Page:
The Learning Librarian

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When You Give a Pre-Schooler an iPad…

on February 1, 2013

For my first reading analysis, I thought that looking at the School Library Journal would be a good place to start. I have never explored this journal before, and was pleased to discover a website chock-full of useful information (www.slj.com.) The user-friendly website truly provides everything I could ever imagine needing as a librarian: job postings, book reviews, lists of book award winners, curriculum, lesson plans, technology tools, and links to dozens and dozens of blogs and articles. After much exploring, I followed links and found myself at a very interesting article from the journal, which can be found at http://www.thedigitalshift.com/2012/05/k-12/etots-a-public-library-ipad-program-for-preschoolers/. Though I am not planning on teaching pre-school forever, I am currently interested in how everything I am learning about libraries (and the related topics of literacy and technology) can be implemented with younger students, and to what extent they should be utilized. Many people imagine middle or high school students when they think about students using technology, but it isn’t just them anymore. Just today, a 4-year-old in my class brought to school the iPad he got for his birthday, sparking a serious debate amongst the class.

“You’re not allowed to have an iPad; they’re only for grown-ups,” one child announced.

“No,” retorted another, “my sister has one and she’s 10.”

“I have one,” said a third student. “But I can only use it in the car.”

“I use mine all the time,” a fourth chimed in.

I tried to explain that every family is different. Just like we all have different rules that we follow at home, we all have different iPad rules, too. Some of us are allowed to have them and some aren’t. Some are allowed to play on them often, others aren’t. Already, at three/four years old, I see some children extremely proficient with technology, but I worry that they think the only purpose it has is for playing Angry Birds/related solely-for-entertainment games. The article I read, “ETots: a Public Library iPad Program for Preschoolers” tells the story of a librarian who decided to purchase iPads and incorporate them in storytime for one and two-year-olds and their caregivers. However, after noticing the children’s extremely short attention spans – and how her “silly, high-energy songs” did not fit in with the use of iPads – she decided to alter the program and invite three and four-year-olds instead. During her sessions, she reads a book to the children who follow along on their iPads. Then, they spend some time exploring educational apps. The author concludes by elaborating on her future plans. Not only will she continue her class (there is a waiting list to enroll for the once-a-month class), she is also planning programs that will allow six-to-eight-year-olds to write their own books on iPads and tweens go to on a Titanic Adventure. The opportunities, she says, are endless.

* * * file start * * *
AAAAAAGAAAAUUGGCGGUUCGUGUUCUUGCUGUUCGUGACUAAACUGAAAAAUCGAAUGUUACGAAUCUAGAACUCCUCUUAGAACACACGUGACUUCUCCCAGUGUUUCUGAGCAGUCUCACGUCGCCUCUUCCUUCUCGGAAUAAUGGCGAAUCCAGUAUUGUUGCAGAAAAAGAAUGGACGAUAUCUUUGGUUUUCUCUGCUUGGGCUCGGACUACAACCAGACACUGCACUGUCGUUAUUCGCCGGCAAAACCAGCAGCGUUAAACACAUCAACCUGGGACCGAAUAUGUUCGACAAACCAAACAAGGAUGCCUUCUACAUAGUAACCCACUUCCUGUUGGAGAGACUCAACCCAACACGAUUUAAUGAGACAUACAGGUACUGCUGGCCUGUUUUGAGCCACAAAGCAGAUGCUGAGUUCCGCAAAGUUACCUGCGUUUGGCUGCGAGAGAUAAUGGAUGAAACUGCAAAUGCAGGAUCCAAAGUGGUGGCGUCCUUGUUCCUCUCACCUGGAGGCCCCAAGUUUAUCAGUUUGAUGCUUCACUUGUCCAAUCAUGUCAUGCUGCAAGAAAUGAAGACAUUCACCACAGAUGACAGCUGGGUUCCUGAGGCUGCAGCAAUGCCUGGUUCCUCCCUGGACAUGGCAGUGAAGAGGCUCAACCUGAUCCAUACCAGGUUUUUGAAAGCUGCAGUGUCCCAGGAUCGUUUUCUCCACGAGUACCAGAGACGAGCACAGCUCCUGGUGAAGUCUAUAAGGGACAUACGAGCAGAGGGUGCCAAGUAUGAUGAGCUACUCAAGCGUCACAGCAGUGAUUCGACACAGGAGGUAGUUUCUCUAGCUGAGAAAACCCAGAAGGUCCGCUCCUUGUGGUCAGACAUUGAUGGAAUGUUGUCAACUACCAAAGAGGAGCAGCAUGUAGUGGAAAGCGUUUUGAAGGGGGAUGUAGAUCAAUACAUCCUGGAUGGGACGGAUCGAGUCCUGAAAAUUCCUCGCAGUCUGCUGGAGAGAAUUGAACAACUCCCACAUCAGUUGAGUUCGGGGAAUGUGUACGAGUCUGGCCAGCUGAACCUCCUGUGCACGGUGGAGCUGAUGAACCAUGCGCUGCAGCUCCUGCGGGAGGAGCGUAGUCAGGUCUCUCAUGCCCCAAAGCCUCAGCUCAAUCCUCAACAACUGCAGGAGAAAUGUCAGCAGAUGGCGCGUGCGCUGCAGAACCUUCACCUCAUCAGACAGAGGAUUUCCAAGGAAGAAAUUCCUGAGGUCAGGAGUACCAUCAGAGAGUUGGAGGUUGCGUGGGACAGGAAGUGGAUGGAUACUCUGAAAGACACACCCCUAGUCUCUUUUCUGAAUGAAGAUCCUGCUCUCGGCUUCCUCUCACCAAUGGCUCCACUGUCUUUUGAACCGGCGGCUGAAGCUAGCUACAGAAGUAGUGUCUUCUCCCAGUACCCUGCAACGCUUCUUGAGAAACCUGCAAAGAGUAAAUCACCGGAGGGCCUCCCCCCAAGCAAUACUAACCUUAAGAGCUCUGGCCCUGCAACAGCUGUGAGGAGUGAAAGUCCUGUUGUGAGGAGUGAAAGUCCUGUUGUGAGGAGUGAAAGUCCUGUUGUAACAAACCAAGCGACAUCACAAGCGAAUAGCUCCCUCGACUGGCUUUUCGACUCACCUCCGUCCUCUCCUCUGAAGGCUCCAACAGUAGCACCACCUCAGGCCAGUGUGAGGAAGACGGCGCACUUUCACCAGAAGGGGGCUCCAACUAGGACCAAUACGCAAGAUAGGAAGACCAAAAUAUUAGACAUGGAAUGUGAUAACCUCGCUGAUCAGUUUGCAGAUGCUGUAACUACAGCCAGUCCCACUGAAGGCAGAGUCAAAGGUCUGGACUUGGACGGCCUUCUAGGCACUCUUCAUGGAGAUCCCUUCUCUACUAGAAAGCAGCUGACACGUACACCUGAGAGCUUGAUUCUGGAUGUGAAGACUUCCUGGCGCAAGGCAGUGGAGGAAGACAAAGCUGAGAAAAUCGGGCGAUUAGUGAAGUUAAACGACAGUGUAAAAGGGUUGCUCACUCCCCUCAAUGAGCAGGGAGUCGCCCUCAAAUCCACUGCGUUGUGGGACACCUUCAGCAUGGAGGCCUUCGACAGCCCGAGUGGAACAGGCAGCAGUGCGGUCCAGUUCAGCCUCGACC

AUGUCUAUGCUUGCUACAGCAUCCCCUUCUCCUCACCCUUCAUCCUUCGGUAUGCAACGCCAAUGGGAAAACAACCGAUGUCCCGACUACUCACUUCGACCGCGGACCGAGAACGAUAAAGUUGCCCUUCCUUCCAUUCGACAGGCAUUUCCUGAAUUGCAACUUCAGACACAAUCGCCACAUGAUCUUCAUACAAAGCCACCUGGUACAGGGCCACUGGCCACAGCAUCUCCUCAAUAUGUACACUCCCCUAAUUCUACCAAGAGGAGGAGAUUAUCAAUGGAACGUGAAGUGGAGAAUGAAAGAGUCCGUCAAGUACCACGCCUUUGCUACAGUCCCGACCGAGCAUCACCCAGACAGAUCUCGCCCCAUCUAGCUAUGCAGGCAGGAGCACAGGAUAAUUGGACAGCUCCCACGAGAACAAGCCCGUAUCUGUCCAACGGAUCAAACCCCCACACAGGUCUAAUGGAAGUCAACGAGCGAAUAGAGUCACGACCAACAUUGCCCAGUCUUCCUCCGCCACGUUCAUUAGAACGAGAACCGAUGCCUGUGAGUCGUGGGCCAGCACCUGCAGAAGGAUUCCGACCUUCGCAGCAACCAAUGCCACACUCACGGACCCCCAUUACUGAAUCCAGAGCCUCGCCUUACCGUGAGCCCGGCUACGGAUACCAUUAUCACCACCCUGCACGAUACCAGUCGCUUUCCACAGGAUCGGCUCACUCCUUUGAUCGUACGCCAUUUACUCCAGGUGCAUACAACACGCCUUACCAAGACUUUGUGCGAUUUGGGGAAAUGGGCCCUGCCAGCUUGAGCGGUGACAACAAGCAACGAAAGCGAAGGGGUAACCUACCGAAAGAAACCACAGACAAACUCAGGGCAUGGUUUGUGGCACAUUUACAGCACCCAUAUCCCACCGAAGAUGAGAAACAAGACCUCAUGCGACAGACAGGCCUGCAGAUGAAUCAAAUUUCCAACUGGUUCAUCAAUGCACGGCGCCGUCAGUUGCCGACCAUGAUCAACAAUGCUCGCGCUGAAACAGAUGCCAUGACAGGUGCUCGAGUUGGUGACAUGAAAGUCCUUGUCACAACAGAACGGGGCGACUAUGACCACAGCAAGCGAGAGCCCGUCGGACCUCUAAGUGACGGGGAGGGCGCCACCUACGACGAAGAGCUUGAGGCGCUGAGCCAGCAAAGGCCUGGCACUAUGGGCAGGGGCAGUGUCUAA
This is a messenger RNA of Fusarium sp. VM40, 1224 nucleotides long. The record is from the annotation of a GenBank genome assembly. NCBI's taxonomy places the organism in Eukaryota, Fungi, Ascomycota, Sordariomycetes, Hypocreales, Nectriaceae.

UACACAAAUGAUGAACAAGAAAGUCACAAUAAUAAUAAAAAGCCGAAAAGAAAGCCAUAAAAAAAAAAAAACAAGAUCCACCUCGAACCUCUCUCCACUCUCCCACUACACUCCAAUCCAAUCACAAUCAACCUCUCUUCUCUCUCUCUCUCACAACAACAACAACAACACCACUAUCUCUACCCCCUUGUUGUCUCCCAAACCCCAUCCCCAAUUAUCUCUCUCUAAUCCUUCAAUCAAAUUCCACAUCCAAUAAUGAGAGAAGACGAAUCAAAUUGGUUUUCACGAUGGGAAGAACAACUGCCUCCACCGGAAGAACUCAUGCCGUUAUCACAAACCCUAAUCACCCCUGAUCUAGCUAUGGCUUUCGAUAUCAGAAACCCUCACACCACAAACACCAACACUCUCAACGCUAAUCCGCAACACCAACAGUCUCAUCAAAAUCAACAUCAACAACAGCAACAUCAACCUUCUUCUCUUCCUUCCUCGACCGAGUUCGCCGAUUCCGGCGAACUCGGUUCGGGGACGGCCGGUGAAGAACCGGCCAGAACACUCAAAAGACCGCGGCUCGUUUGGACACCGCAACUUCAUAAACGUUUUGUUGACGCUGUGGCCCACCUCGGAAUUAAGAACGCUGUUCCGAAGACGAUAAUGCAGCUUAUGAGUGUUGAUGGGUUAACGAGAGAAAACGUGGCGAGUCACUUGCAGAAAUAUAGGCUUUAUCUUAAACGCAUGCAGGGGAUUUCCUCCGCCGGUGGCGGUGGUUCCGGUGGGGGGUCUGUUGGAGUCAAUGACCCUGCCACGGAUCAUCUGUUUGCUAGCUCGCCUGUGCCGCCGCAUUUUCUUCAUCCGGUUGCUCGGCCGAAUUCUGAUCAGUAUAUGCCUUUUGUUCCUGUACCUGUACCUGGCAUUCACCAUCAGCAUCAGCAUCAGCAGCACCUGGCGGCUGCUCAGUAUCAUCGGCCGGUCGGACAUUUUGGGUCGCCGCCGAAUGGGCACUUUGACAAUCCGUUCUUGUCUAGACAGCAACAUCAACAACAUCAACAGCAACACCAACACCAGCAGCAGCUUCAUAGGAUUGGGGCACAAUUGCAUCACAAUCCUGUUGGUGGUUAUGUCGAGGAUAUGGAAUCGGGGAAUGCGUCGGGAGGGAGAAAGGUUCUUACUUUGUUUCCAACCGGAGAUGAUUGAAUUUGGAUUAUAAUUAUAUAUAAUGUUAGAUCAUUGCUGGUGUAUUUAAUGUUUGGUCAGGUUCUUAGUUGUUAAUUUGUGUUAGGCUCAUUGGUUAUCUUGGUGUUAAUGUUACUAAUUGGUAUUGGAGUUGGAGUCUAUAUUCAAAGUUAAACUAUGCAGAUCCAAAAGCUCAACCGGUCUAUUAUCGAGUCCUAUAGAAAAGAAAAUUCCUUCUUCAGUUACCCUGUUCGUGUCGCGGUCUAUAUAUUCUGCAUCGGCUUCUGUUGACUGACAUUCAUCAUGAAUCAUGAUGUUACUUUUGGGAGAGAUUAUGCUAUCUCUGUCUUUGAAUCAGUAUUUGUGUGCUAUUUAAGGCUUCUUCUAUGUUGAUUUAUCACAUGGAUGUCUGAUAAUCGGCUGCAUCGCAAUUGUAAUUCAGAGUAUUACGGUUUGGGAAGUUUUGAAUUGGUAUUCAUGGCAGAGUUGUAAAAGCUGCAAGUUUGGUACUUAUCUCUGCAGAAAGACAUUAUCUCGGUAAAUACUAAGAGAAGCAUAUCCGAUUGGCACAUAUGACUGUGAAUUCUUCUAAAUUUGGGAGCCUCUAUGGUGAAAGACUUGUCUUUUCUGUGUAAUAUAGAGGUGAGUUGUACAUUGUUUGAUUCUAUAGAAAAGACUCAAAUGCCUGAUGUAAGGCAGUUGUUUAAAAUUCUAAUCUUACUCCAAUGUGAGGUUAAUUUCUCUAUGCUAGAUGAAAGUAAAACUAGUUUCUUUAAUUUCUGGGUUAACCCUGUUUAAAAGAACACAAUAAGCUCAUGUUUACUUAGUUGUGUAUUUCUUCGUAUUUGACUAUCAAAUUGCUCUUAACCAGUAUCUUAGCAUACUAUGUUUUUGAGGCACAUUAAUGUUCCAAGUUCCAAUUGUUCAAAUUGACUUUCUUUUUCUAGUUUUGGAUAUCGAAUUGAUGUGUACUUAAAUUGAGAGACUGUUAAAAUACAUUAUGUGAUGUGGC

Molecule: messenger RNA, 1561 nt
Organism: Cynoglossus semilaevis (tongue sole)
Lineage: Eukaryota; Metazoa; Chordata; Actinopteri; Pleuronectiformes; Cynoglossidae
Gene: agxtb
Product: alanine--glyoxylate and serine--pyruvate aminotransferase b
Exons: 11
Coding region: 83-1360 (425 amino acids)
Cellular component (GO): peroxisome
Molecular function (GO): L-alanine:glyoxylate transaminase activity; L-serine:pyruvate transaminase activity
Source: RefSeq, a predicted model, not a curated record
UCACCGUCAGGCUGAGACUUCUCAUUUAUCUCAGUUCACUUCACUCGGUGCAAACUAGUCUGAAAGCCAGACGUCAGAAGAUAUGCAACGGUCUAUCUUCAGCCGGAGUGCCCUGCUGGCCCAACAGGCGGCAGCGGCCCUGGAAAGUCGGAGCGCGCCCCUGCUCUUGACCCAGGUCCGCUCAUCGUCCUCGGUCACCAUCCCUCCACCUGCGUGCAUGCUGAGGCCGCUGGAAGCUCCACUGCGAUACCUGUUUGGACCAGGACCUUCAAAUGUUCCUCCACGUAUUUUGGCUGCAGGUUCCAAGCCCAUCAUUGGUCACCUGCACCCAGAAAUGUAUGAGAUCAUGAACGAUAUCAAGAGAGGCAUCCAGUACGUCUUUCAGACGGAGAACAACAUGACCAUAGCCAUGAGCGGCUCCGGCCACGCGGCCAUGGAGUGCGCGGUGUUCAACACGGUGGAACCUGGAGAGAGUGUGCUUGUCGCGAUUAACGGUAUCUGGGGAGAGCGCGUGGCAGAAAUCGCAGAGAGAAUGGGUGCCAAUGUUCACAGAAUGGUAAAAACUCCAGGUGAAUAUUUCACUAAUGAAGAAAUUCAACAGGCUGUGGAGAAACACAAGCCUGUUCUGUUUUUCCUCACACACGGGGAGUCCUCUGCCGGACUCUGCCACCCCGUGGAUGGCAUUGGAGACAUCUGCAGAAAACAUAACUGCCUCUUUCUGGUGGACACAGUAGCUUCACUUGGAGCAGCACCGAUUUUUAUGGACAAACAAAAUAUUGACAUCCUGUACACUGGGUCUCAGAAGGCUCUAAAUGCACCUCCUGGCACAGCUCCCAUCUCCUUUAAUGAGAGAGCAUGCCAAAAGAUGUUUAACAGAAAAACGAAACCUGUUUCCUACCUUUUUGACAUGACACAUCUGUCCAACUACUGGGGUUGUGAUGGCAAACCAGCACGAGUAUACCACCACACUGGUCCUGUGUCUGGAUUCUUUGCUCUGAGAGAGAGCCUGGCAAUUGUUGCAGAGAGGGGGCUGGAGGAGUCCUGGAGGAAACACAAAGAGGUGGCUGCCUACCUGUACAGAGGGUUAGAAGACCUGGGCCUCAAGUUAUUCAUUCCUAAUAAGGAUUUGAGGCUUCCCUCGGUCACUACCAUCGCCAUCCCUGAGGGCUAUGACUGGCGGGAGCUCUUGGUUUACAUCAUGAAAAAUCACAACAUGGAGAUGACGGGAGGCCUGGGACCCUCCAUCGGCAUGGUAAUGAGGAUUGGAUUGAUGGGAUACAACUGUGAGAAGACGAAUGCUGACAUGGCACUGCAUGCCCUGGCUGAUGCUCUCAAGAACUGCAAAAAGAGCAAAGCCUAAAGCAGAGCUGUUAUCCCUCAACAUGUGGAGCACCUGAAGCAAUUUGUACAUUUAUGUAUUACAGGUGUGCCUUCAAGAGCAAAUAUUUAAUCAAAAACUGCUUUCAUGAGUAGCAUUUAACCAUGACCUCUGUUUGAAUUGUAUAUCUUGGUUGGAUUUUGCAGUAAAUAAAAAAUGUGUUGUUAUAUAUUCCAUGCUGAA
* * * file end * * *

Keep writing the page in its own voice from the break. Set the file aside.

While I enjoyed this article, it did not go as in-depth as I would have liked. It paints a picture of a very well-run, creative program, but does not discuss the pros/cons of offering a class like this to such young children. However, I learned that educational iPad use with young children IS possible, and I could use this article to help convince colleagues who are wary. With all of the debate over iPads in general, it would be nice for students to all have the opportunity to see one up-close and learn more about ALL they can do (i.e., not just Angry Birds.) I would love to bring at least one in to my class and have a little mini-demonstration. That way, the students would be on more of an even playing field. Those who have never seen an iPad would be exposed, and those who use one all the time would learn some additional uses.

Returning to my discussion of the School Library Journal as a whole, I would like to say again what a phenomenal resource I think it is, and not just for me. There are literally articles on everything even remotely related to library, and I think students could easily access the information due to the clear format of the site. This could be an extremely reliable source for older students conducting research on a specific topic or looking for a variety of opinions. Because the Journal’s website offers links to dozens of blogs, students learning about information literacy have a wonderful opportunity to locate, investigate and process information. I like this Journal because it has something for everyone – parents, teachers, librarians, students, and communities as a whole. It is a great resource that everyone can share, thereby encouraging the discussion and teacher/student/parent/librarian collaboration that many librarians seek.

Also: I am on Google Reader! I’ve been curious about RSS Feeds for awhile, so I’m glad we’re required to subscribe. I’m here: http://www.google.com/reader/view/?hl=en&tab=wy&at=K2v1R-A825ncdDknsaG2lg#overview-page

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